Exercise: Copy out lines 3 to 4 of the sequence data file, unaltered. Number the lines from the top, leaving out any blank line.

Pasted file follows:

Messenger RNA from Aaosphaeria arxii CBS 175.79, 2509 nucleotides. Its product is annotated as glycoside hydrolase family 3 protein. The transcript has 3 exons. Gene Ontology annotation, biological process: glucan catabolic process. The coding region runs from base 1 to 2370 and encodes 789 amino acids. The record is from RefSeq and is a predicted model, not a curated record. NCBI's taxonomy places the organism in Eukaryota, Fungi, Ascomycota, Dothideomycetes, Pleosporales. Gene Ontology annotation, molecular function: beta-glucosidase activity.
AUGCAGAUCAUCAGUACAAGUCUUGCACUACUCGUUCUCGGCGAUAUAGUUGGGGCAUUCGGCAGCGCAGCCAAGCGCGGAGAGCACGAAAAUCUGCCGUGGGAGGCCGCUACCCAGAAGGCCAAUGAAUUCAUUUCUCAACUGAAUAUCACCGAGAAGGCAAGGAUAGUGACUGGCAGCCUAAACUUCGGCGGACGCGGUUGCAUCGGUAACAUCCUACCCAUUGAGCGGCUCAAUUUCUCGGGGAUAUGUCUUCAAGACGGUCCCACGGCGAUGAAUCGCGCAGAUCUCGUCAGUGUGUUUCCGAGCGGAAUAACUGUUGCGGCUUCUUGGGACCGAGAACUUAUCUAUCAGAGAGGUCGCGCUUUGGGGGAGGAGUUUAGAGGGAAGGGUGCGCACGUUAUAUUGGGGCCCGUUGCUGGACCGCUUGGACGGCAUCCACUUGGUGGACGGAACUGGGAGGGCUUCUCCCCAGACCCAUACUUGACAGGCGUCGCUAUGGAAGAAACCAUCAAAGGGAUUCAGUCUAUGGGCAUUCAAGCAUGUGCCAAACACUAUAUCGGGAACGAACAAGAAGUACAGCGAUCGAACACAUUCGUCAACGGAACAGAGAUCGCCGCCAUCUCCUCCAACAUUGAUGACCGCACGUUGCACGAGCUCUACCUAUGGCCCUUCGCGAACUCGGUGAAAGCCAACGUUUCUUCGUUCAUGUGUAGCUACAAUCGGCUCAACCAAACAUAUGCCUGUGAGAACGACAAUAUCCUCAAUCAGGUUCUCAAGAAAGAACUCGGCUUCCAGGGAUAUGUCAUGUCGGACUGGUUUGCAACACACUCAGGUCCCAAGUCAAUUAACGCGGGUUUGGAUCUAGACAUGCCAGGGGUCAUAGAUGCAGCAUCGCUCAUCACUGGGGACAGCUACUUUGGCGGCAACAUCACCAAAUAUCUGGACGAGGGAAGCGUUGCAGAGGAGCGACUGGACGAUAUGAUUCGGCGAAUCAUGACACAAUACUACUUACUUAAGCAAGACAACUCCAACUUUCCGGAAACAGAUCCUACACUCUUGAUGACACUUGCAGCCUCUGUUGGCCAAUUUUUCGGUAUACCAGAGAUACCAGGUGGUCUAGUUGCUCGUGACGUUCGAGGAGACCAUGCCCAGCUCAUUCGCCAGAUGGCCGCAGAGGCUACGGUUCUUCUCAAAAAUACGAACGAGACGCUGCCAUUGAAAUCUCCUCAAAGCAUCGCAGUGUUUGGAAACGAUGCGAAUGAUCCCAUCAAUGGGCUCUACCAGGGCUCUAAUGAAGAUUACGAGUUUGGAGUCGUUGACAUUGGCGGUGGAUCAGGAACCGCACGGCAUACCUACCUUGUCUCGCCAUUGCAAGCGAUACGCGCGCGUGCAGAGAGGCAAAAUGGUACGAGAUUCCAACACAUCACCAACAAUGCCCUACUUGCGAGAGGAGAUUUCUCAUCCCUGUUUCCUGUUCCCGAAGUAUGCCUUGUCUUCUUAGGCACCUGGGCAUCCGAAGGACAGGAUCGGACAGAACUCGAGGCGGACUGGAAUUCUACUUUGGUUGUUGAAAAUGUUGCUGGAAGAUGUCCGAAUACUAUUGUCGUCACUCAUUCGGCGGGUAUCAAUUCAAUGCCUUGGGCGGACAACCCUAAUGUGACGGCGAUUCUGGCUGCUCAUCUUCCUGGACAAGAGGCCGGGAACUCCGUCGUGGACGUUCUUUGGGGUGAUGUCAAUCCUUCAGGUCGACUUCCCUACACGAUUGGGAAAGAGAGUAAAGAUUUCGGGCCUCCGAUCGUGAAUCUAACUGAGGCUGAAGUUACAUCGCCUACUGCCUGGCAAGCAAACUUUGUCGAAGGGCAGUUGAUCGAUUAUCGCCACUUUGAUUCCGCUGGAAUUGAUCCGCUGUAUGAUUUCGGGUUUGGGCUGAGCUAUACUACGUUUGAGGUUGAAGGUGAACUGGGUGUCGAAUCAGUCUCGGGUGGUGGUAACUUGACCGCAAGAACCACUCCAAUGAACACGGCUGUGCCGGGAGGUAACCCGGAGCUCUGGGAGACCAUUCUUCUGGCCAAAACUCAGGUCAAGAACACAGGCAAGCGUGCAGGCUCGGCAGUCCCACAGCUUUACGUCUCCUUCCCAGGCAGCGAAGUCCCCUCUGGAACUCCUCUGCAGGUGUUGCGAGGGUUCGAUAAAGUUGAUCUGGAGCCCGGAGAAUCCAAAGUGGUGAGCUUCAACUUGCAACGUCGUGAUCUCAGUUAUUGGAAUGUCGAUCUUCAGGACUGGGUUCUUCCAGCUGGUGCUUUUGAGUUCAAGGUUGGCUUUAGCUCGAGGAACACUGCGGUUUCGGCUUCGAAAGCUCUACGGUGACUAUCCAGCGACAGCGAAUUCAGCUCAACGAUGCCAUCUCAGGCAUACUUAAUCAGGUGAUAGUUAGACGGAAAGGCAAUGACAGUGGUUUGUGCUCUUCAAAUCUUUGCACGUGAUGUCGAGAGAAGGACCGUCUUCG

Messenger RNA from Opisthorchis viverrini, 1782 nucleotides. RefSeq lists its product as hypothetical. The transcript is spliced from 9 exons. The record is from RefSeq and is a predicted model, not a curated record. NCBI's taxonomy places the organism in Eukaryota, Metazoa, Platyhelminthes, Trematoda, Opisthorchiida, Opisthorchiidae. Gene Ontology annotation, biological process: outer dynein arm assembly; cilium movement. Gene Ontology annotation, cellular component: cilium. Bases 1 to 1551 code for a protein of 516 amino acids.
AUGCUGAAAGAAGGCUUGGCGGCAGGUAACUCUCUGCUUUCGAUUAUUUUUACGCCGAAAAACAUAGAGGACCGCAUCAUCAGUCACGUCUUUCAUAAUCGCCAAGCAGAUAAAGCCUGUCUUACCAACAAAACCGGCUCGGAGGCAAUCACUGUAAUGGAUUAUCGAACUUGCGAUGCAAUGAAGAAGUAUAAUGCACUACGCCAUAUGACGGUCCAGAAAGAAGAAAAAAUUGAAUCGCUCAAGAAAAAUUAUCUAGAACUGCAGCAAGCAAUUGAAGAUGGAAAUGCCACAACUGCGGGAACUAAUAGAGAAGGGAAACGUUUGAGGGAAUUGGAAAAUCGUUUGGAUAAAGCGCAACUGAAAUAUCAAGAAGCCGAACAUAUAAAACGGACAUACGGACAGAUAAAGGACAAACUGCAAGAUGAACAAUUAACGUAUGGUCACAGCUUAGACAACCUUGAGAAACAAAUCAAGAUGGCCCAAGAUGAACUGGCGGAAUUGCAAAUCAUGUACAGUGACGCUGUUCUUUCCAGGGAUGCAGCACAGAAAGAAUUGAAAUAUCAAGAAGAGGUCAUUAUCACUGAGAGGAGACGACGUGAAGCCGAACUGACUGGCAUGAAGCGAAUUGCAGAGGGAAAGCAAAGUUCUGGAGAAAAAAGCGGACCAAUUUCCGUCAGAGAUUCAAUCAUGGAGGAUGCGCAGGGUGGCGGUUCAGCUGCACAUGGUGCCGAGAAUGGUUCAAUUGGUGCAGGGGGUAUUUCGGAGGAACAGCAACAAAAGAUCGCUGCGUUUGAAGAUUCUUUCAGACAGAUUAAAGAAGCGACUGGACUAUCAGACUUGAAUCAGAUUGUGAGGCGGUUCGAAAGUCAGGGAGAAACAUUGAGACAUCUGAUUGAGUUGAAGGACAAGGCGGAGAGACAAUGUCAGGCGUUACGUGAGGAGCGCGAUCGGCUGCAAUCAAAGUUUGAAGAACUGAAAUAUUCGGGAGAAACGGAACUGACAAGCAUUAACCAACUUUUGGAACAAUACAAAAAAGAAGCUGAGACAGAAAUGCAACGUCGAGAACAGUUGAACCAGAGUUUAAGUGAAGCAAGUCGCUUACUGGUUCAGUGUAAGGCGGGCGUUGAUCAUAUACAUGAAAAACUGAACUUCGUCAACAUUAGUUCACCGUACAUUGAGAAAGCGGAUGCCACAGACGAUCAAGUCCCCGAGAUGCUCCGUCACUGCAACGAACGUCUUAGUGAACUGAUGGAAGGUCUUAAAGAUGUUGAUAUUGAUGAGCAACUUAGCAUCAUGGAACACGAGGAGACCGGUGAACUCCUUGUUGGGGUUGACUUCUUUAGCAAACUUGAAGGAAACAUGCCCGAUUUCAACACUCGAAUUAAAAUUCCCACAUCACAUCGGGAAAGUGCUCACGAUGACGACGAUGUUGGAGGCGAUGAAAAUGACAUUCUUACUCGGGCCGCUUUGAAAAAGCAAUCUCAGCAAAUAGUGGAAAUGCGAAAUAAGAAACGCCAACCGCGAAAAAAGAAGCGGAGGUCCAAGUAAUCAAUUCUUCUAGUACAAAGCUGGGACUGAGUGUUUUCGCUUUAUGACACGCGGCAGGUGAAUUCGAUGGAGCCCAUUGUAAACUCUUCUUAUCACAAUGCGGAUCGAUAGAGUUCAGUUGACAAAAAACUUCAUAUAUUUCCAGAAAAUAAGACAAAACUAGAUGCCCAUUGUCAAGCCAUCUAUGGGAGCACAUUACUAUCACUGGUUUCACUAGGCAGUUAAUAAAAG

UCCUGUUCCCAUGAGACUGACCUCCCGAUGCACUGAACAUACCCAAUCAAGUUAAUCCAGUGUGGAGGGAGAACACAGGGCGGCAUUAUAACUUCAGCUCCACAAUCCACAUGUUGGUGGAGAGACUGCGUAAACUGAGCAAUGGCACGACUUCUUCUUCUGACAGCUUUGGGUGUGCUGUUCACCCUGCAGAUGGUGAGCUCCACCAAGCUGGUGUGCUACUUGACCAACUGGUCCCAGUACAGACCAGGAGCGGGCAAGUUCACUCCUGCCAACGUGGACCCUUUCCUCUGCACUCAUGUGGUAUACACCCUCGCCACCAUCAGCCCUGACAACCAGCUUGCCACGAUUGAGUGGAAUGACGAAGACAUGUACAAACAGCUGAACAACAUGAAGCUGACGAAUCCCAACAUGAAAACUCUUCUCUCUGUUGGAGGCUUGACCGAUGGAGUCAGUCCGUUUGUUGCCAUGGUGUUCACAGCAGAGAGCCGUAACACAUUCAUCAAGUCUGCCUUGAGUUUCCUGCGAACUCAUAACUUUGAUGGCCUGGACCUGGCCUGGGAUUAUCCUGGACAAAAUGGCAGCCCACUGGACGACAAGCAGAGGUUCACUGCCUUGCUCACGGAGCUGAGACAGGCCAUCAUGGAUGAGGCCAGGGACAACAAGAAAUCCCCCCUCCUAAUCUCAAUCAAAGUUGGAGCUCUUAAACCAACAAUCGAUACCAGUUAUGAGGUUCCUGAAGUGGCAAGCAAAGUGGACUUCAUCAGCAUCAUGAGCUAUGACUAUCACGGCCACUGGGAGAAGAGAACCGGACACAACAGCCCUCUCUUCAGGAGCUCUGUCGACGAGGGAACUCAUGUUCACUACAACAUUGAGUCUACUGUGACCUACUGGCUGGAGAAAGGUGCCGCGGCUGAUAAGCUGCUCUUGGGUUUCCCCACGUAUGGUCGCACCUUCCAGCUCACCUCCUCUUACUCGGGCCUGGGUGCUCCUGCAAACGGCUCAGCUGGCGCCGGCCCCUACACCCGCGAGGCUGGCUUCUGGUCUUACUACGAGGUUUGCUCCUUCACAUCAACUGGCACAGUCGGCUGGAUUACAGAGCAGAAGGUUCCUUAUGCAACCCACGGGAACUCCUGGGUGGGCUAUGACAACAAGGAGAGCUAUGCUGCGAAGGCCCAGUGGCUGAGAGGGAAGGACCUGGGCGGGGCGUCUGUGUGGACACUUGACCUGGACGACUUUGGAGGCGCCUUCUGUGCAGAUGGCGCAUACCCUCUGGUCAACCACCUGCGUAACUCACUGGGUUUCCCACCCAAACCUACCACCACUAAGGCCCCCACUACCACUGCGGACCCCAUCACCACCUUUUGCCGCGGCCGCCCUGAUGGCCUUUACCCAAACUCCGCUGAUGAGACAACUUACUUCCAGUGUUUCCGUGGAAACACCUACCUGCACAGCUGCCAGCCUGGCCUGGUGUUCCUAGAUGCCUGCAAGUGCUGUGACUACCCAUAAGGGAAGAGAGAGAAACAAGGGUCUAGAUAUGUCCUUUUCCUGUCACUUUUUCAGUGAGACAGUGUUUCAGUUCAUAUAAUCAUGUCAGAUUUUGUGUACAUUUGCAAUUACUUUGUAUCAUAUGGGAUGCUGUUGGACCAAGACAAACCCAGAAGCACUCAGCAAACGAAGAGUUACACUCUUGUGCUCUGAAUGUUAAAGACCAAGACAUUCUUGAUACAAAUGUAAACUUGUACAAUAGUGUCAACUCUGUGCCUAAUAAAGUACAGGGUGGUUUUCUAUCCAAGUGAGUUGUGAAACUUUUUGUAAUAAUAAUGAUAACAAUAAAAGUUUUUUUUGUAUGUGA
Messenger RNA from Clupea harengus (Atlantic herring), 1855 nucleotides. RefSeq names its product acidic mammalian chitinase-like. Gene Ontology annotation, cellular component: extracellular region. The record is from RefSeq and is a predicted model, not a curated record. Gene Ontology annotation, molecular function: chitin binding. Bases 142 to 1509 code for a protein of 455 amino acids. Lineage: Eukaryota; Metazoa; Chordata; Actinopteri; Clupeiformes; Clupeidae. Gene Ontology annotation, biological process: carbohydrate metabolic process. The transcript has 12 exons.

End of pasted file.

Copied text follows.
Messenger RNA from Opisthorchis viverrini, 1782 nucleotides. RefSeq lists its product as hypothetical. The transcript is spliced from 9 exons. The record is from RefSeq and is a predicted model, not a curated record. NCBI's taxonomy places the organism in Eukaryota, Metazoa, Platyhelminthes, Trematoda, Opisthorchiida, Opisthorchiidae. Gene Ontology annotation, biological process: outer dynein arm assembly; cilium movement. Gene Ontology annotation, cellular component: cilium. Bases 1 to 1551 code for a protein of 516 amino acids.
AUGCUGAAAGAAGGCUUGGCGGCAGGUAACUCUCUGCUUUCGAUUAUUUUUACGCCGAAAAACAUAGAGGACCGCAUCAUCAGUCACGUCUUUCAUAAUCGCCAAGCAGAUAAAGCCUGUCUUACCAACAAAACCGGCUCGGAGGCAAUCACUGUAAUGGAUUAUCGAACUUGCGAUGCAAUGAAGAAGUAUAAUGCACUACGCCAUAUGACGGUCCAGAAAGAAGAAAAAAUUGAAUCGCUCAAGAAAAAUUAUCUAGAACUGCAGCAAGCAAUUGAAGAUGGAAAUGCCACAACUGCGGGAACUAAUAGAGAAGGGAAACGUUUGAGGGAAUUGGAAAAUCGUUUGGAUAAAGCGCAACUGAAAUAUCAAGAAGCCGAACAUAUAAAACGGACAUACGGACAGAUAAAGGACAAACUGCAAGAUGAACAAUUAACGUAUGGUCACAGCUUAGACAACCUUGAGAAACAAAUCAAGAUGGCCCAAGAUGAACUGGCGGAAUUGCAAAUCAUGUACAGUGACGCUGUUCUUUCCAGGGAUGCAGCACAGAAAGAAUUGAAAUAUCAAGAAGAGGUCAUUAUCACUGAGAGGAGACGACGUGAAGCCGAACUGACUGGCAUGAAGCGAAUUGCAGAGGGAAAGCAAAGUUCUGGAGAAAAAAGCGGACCAAUUUCCGUCAGAGAUUCAAUCAUGGAGGAUGCGCAGGGUGGCGGUUCAGCUGCACAUGGUGCCGAGAAUGGUUCAAUUGGUGCAGGGGGUAUUUCGGAGGAACAGCAACAAAAGAUCGCUGCGUUUGAAGAUUCUUUCAGACAGAUUAAAGAAGCGACUGGACUAUCAGACUUGAAUCAGAUUGUGAGGCGGUUCGAAAGUCAGGGAGAAACAUUGAGACAUCUGAUUGAGUUGAAGGACAAGGCGGAGAGACAAUGUCAGGCGUUACGUGAGGAGCGCGAUCGGCUGCAAUCAAAGUUUGAAGAACUGAAAUAUUCGGGAGAAACGGAACUGACAAGCAUUAACCAACUUUUGGAACAAUACAAAAAAGAAGCUGAGACAGAAAUGCAACGUCGAGAACAGUUGAACCAGAGUUUAAGUGAAGCAAGUCGCUUACUGGUUCAGUGUAAGGCGGGCGUUGAUCAUAUACAUGAAAAACUGAACUUCGUCAACAUUAGUUCACCGUACAUUGAGAAAGCGGAUGCCACAGACGAUCAAGUCCCCGAGAUGCUCCGUCACUGCAACGAACGUCUUAGUGAACUGAUGGAAGGUCUUAAAGAUGUUGAUAUUGAUGAGCAACUUAGCAUCAUGGAACACGAGGAGACCGGUGAACUCCUUGUUGGGGUUGACUUCUUUAGCAAACUUGAAGGAAACAUGCCCGAUUUCAACACUCGAAUUAAAAUUCCCACAUCACAUCGGGAAAGUGCUCACGAUGACGACGAUGUUGGAGGCGAUGAAAAUGACAUUCUUACUCGGGCCGCUUUGAAAAAGCAAUCUCAGCAAAUAGUGGAAAUGCGAAAUAAGAAACGCCAACCGCGAAAAAAGAAGCGGAGGUCCAAGUAAUCAAUUCUUCUAGUACAAAGCUGGGACUGAGUGUUUUCGCUUUAUGACACGCGGCAGGUGAAUUCGAUGGAGCCCAUUGUAAACUCUUCUUAUCACAAUGCGGAUCGAUAGAGUUCAGUUGACAAAAAACUUCAUAUAUUUCCAGAAAAUAAGACAAAACUAGAUGCCCAUUGUCAAGCCAUCUAUGGGAGCACAUUACUAUCACUGGUUUCACUAGGCAGUUAAUAAAAG